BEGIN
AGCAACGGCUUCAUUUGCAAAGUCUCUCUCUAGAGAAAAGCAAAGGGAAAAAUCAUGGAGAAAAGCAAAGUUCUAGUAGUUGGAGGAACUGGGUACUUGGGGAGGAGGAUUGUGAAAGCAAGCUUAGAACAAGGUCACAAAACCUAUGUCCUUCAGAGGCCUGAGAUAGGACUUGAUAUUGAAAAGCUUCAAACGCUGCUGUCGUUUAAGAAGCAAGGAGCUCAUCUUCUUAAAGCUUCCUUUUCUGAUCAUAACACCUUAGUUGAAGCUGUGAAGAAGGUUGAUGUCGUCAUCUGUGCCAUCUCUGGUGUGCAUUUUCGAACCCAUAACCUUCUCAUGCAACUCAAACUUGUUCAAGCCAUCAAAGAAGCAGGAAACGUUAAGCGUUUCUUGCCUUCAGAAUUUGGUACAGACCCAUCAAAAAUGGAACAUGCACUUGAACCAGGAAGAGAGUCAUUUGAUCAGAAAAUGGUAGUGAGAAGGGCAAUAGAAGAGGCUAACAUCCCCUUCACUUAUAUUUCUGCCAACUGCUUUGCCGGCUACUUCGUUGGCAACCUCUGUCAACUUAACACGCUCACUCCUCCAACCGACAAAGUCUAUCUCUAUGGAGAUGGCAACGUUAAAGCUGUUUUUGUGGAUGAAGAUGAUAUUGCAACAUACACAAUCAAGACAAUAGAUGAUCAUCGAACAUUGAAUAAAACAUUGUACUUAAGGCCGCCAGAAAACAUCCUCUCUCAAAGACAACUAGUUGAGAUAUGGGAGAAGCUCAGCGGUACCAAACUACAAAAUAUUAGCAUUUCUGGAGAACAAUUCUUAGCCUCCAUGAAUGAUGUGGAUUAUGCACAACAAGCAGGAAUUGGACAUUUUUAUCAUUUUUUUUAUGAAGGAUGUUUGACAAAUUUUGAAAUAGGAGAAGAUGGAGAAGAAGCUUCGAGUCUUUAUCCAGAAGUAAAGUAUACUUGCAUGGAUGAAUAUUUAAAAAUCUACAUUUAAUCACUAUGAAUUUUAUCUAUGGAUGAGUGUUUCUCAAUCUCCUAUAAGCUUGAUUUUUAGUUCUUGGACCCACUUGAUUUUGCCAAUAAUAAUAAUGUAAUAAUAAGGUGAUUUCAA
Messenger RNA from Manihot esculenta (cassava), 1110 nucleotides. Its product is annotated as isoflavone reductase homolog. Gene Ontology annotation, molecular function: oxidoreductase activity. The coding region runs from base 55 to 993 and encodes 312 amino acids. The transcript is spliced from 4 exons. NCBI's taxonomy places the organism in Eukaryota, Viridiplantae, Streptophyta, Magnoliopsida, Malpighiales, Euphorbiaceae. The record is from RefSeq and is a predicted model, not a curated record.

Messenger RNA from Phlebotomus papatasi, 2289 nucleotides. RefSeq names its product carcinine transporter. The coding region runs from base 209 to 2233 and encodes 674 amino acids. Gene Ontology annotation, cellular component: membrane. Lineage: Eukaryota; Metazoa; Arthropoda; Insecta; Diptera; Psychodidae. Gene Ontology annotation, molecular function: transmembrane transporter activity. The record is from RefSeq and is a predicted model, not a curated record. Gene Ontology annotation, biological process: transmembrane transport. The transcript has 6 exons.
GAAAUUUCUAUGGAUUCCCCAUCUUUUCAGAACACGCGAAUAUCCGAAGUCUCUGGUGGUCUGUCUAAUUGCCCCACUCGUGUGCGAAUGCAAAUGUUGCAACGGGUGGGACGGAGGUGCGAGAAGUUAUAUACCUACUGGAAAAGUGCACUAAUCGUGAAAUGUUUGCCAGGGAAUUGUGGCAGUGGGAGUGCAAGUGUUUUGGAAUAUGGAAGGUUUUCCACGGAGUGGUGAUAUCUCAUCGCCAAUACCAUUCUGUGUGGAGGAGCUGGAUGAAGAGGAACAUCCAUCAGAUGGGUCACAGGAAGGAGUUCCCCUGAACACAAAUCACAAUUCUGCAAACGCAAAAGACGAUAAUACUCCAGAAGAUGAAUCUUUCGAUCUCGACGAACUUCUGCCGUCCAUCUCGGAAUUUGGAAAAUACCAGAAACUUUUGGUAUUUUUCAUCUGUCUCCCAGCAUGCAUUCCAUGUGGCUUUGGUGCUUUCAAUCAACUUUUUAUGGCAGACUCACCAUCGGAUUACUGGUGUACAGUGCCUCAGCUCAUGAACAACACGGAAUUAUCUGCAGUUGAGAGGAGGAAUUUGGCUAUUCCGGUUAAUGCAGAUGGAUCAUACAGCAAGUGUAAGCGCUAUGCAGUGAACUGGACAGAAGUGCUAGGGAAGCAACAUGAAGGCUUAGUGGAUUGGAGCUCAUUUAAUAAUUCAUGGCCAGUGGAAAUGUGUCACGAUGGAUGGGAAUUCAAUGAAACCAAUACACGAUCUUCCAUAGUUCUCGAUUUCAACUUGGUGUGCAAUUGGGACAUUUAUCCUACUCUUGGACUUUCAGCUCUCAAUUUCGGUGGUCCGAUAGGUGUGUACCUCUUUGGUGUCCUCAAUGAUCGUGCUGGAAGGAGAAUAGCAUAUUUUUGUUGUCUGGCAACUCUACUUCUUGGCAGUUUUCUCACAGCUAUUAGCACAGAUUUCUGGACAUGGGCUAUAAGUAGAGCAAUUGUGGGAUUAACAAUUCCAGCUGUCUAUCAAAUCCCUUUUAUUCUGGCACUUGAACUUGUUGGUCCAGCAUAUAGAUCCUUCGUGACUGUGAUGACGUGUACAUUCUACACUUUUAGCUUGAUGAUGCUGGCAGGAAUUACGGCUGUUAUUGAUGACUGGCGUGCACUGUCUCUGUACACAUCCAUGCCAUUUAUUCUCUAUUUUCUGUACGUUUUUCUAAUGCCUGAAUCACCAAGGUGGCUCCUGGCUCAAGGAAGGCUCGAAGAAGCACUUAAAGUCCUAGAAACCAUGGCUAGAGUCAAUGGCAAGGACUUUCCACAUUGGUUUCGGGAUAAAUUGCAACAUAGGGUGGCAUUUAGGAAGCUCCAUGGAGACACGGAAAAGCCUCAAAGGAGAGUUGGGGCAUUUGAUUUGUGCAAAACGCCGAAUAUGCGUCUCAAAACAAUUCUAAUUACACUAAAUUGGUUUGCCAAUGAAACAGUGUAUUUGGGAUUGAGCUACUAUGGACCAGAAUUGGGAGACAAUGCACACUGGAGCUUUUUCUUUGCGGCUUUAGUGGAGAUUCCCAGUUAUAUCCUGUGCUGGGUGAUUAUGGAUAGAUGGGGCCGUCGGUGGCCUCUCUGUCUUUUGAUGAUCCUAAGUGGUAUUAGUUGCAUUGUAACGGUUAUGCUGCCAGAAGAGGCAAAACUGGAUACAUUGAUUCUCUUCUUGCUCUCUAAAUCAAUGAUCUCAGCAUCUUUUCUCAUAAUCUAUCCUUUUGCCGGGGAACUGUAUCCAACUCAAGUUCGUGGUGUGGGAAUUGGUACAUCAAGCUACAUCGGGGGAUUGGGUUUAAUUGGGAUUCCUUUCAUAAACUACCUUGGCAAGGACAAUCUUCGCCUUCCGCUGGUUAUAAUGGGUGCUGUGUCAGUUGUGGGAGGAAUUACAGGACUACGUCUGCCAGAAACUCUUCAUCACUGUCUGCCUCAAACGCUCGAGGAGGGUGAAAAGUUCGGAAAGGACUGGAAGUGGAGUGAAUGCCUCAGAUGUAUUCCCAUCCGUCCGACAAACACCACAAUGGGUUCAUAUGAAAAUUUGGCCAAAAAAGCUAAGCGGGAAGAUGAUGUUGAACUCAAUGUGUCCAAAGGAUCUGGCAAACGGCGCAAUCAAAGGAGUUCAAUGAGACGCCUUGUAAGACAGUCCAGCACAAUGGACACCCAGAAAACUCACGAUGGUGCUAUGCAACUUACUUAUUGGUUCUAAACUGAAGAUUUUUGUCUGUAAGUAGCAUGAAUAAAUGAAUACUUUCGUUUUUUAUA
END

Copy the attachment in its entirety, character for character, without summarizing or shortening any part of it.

AGCAACGGCUUCAUUUGCAAAGUCUCUCUCUAGAGAAAAGCAAAGGGAAAAAUCAUGGAGAAAAGCAAAGUUCUAGUAGUUGGAGGAACUGGGUACUUGGGGAGGAGGAUUGUGAAAGCAAGCUUAGAACAAGGUCACAAAACCUAUGUCCUUCAGAGGCCUGAGAUAGGACUUGAUAUUGAAAAGCUUCAAACGCUGCUGUCGUUUAAGAAGCAAGGAGCUCAUCUUCUUAAAGCUUCCUUUUCUGAUCAUAACACCUUAGUUGAAGCUGUGAAGAAGGUUGAUGUCGUCAUCUGUGCCAUCUCUGGUGUGCAUUUUCGAACCCAUAACCUUCUCAUGCAACUCAAACUUGUUCAAGCCAUCAAAGAAGCAGGAAACGUUAAGCGUUUCUUGCCUUCAGAAUUUGGUACAGACCCAUCAAAAAUGGAACAUGCACUUGAACCAGGAAGAGAGUCAUUUGAUCAGAAAAUGGUAGUGAGAAGGGCAAUAGAAGAGGCUAACAUCCCCUUCACUUAUAUUUCUGCCAACUGCUUUGCCGGCUACUUCGUUGGCAACCUCUGUCAACUUAACACGCUCACUCCUCCAACCGACAAAGUCUAUCUCUAUGGAGAUGGCAACGUUAAAGCUGUUUUUGUGGAUGAAGAUGAUAUUGCAACAUACACAAUCAAGACAAUAGAUGAUCAUCGAACAUUGAAUAAAACAUUGUACUUAAGGCCGCCAGAAAACAUCCUCUCUCAAAGACAACUAGUUGAGAUAUGGGAGAAGCUCAGCGGUACCAAACUACAAAAUAUUAGCAUUUCUGGAGAACAAUUCUUAGCCUCCAUGAAUGAUGUGGAUUAUGCACAACAAGCAGGAAUUGGACAUUUUUAUCAUUUUUUUUAUGAAGGAUGUUUGACAAAUUUUGAAAUAGGAGAAGAUGGAGAAGAAGCUUCGAGUCUUUAUCCAGAAGUAAAGUAUACUUGCAUGGAUGAAUAUUUAAAAAUCUACAUUUAAUCACUAUGAAUUUUAUCUAUGGAUGAGUGUUUCUCAAUCUCCUAUAAGCUUGAUUUUUAGUUCUUGGACCCACUUGAUUUUGCCAAUAAUAAUAAUGUAAUAAUAAGGUGAUUUCAA
Messenger RNA from Manihot esculenta (cassava), 1110 nucleotides. Its product is annotated as isoflavone reductase homolog. Gene Ontology annotation, molecular function: oxidoreductase activity. The coding region runs from base 55 to 993 and encodes 312 amino acids. The transcript is spliced from 4 exons. NCBI's taxonomy places the organism in Eukaryota, Viridiplantae, Streptophyta, Magnoliopsida, Malpighiales, Euphorbiaceae. The record is from RefSeq and is a predicted model, not a curated record.

Messenger RNA from Phlebotomus papatasi, 2289 nucleotides. RefSeq names its product carcinine transporter. The coding region runs from base 209 to 2233 and encodes 674 amino acids. Gene Ontology annotation, cellular component: membrane. Lineage: Eukaryota; Metazoa; Arthropoda; Insecta; Diptera; Psychodidae. Gene Ontology annotation, molecular function: transmembrane transporter activity. The record is from RefSeq and is a predicted model, not a curated record. Gene Ontology annotation, biological process: transmembrane transport. The transcript has 6 exons.
GAAAUUUCUAUGGAUUCCCCAUCUUUUCAGAACACGCGAAUAUCCGAAGUCUCUGGUGGUCUGUCUAAUUGCCCCACUCGUGUGCGAAUGCAAAUGUUGCAACGGGUGGGACGGAGGUGCGAGAAGUUAUAUACCUACUGGAAAAGUGCACUAAUCGUGAAAUGUUUGCCAGGGAAUUGUGGCAGUGGGAGUGCAAGUGUUUUGGAAUAUGGAAGGUUUUCCACGGAGUGGUGAUAUCUCAUCGCCAAUACCAUUCUGUGUGGAGGAGCUGGAUGAAGAGGAACAUCCAUCAGAUGGGUCACAGGAAGGAGUUCCCCUGAACACAAAUCACAAUUCUGCAAACGCAAAAGACGAUAAUACUCCAGAAGAUGAAUCUUUCGAUCUCGACGAACUUCUGCCGUCCAUCUCGGAAUUUGGAAAAUACCAGAAACUUUUGGUAUUUUUCAUCUGUCUCCCAGCAUGCAUUCCAUGUGGCUUUGGUGCUUUCAAUCAACUUUUUAUGGCAGACUCACCAUCGGAUUACUGGUGUACAGUGCCUCAGCUCAUGAACAACACGGAAUUAUCUGCAGUUGAGAGGAGGAAUUUGGCUAUUCCGGUUAAUGCAGAUGGAUCAUACAGCAAGUGUAAGCGCUAUGCAGUGAACUGGACAGAAGUGCUAGGGAAGCAACAUGAAGGCUUAGUGGAUUGGAGCUCAUUUAAUAAUUCAUGGCCAGUGGAAAUGUGUCACGAUGGAUGGGAAUUCAAUGAAACCAAUACACGAUCUUCCAUAGUUCUCGAUUUCAACUUGGUGUGCAAUUGGGACAUUUAUCCUACUCUUGGACUUUCAGCUCUCAAUUUCGGUGGUCCGAUAGGUGUGUACCUCUUUGGUGUCCUCAAUGAUCGUGCUGGAAGGAGAAUAGCAUAUUUUUGUUGUCUGGCAACUCUACUUCUUGGCAGUUUUCUCACAGCUAUUAGCACAGAUUUCUGGACAUGGGCUAUAAGUAGAGCAAUUGUGGGAUUAACAAUUCCAGCUGUCUAUCAAAUCCCUUUUAUUCUGGCACUUGAACUUGUUGGUCCAGCAUAUAGAUCCUUCGUGACUGUGAUGACGUGUACAUUCUACACUUUUAGCUUGAUGAUGCUGGCAGGAAUUACGGCUGUUAUUGAUGACUGGCGUGCACUGUCUCUGUACACAUCCAUGCCAUUUAUUCUCUAUUUUCUGUACGUUUUUCUAAUGCCUGAAUCACCAAGGUGGCUCCUGGCUCAAGGAAGGCUCGAAGAAGCACUUAAAGUCCUAGAAACCAUGGCUAGAGUCAAUGGCAAGGACUUUCCACAUUGGUUUCGGGAUAAAUUGCAACAUAGGGUGGCAUUUAGGAAGCUCCAUGGAGACACGGAAAAGCCUCAAAGGAGAGUUGGGGCAUUUGAUUUGUGCAAAACGCCGAAUAUGCGUCUCAAAACAAUUCUAAUUACACUAAAUUGGUUUGCCAAUGAAACAGUGUAUUUGGGAUUGAGCUACUAUGGACCAGAAUUGGGAGACAAUGCACACUGGAGCUUUUUCUUUGCGGCUUUAGUGGAGAUUCCCAGUUAUAUCCUGUGCUGGGUGAUUAUGGAUAGAUGGGGCCGUCGGUGGCCUCUCUGUCUUUUGAUGAUCCUAAGUGGUAUUAGUUGCAUUGUAACGGUUAUGCUGCCAGAAGAGGCAAAACUGGAUACAUUGAUUCUCUUCUUGCUCUCUAAAUCAAUGAUCUCAGCAUCUUUUCUCAUAAUCUAUCCUUUUGCCGGGGAACUGUAUCCAACUCAAGUUCGUGGUGUGGGAAUUGGUACAUCAAGCUACAUCGGGGGAUUGGGUUUAAUUGGGAUUCCUUUCAUAAACUACCUUGGCAAGGACAAUCUUCGCCUUCCGCUGGUUAUAAUGGGUGCUGUGUCAGUUGUGGGAGGAAUUACAGGACUACGUCUGCCAGAAACUCUUCAUCACUGUCUGCCUCAAACGCUCGAGGAGGGUGAAAAGUUCGGAAAGGACUGGAAGUGGAGUGAAUGCCUCAGAUGUAUUCCCAUCCGUCCGACAAACACCACAAUGGGUUCAUAUGAAAAUUUGGCCAAAAAAGCUAAGCGGGAAGAUGAUGUUGAACUCAAUGUGUCCAAAGGAUCUGGCAAACGGCGCAAUCAAAGGAGUUCAAUGAGACGCCUUGUAAGACAGUCCAGCACAAUGGACACCCAGAAAACUCACGAUGGUGCUAUGCAACUUACUUAUUGGUUCUAAACUGAAGAUUUUUGUCUGUAAGUAGCAUGAAUAAAUGAAUACUUUCGUUUUUUAUA